The priorities of national wildlife refuges and national park service areas are now to promote hunting, fishing and shooting, according to an order signed last fall by Interior Secretary Ryan Zinke. But hunting would be an additional stressor on already threatened Great Salt Lake wetlands.
The Bear River provides about 60% of the fresh water that flows into Great Salt Lake. However, a proposed Bear River Development Project would divert 22,000 acre-feet of water for human use, and Utah and Idaho have requested to divert an additional 400,000 acre-feet of runoff from Bear Lake. If either or both of these projects happens, there will be no water left for birds.
Currently, the Refuge supports over 250 species of migratory birds including 67 species that use the area for nesting. Priority species include white-faced ibis, American white pelican, snowy plover, black-necked stilt, cinnamon teal and tundra swan.
The Refuge was created in 1928 after public concern over huge bird die-offs.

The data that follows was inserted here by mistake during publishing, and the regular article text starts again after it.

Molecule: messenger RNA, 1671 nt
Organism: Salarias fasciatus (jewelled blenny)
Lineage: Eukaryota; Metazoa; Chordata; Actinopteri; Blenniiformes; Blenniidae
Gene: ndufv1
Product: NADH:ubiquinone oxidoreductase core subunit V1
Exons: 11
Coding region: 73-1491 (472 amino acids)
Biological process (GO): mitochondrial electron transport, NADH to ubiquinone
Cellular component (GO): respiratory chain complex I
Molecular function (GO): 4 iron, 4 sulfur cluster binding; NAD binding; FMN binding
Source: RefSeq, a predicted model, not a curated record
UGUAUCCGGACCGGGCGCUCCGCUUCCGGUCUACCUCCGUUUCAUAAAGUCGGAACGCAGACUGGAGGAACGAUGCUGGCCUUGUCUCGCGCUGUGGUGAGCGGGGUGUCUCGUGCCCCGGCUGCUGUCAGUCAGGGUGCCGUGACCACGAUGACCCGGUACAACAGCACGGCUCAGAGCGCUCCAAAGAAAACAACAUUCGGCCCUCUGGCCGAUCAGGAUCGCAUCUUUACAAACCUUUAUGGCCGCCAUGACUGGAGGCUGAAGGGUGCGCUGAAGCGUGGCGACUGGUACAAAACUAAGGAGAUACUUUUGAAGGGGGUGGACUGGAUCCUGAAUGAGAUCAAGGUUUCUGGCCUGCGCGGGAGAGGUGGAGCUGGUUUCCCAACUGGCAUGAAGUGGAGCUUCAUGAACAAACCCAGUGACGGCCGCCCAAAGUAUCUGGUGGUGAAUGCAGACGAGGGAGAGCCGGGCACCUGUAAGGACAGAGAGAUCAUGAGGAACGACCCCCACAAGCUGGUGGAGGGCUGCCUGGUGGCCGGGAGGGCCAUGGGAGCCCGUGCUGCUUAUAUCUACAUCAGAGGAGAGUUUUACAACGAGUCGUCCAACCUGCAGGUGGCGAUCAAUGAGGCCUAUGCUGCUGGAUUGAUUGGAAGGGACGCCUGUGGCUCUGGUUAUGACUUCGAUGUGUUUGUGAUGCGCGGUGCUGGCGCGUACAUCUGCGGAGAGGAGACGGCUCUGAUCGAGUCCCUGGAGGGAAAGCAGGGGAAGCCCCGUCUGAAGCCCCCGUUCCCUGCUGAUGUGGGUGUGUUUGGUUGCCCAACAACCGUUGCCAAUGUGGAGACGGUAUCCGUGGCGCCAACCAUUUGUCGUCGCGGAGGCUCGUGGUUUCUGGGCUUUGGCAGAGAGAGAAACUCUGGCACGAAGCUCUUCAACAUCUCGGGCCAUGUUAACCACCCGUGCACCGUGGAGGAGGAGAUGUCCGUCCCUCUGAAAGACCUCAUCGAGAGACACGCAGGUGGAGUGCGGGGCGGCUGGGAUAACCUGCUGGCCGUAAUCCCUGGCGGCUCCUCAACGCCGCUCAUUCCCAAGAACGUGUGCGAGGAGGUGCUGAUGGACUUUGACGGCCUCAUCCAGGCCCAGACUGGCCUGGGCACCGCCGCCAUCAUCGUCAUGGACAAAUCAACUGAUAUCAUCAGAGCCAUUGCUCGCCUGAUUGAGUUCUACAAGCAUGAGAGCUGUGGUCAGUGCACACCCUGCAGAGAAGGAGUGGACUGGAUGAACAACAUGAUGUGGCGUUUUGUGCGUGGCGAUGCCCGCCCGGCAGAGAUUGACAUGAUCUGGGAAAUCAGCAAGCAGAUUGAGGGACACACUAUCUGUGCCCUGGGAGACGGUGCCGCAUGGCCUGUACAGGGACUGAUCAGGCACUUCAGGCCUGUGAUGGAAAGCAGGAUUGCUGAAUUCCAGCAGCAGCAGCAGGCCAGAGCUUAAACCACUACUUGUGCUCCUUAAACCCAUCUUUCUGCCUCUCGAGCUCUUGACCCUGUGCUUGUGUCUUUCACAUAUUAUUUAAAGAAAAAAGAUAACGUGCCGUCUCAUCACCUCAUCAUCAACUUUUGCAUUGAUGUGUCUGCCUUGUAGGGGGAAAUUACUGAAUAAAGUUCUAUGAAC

Public comments are due by July 8. Send comments to BearRiverRefugehunt@fws.gov. More info: fws.gov/nwrs/threecolumn.aspx?id=2147614618
Yellowstone grizzlies in the crosshairs
Wyoming and Idaho plan to issue licenses for grizzly bear hunting in the greater Yellowstone area, which means bears that wander outside of National Park boundaries could be shot.
Yellowstone grizzly bears were removed from the endangered species list last year, even though their population declined in 2016. The bears’ habitat is threatened by climate change and human development.
Grizzly bears currently occupy less that 4% of their historic range, and hunting will keep bears from migrating to find mates.
Removal from the endangered species list also means that more bears will be killed by ranchers and farmers.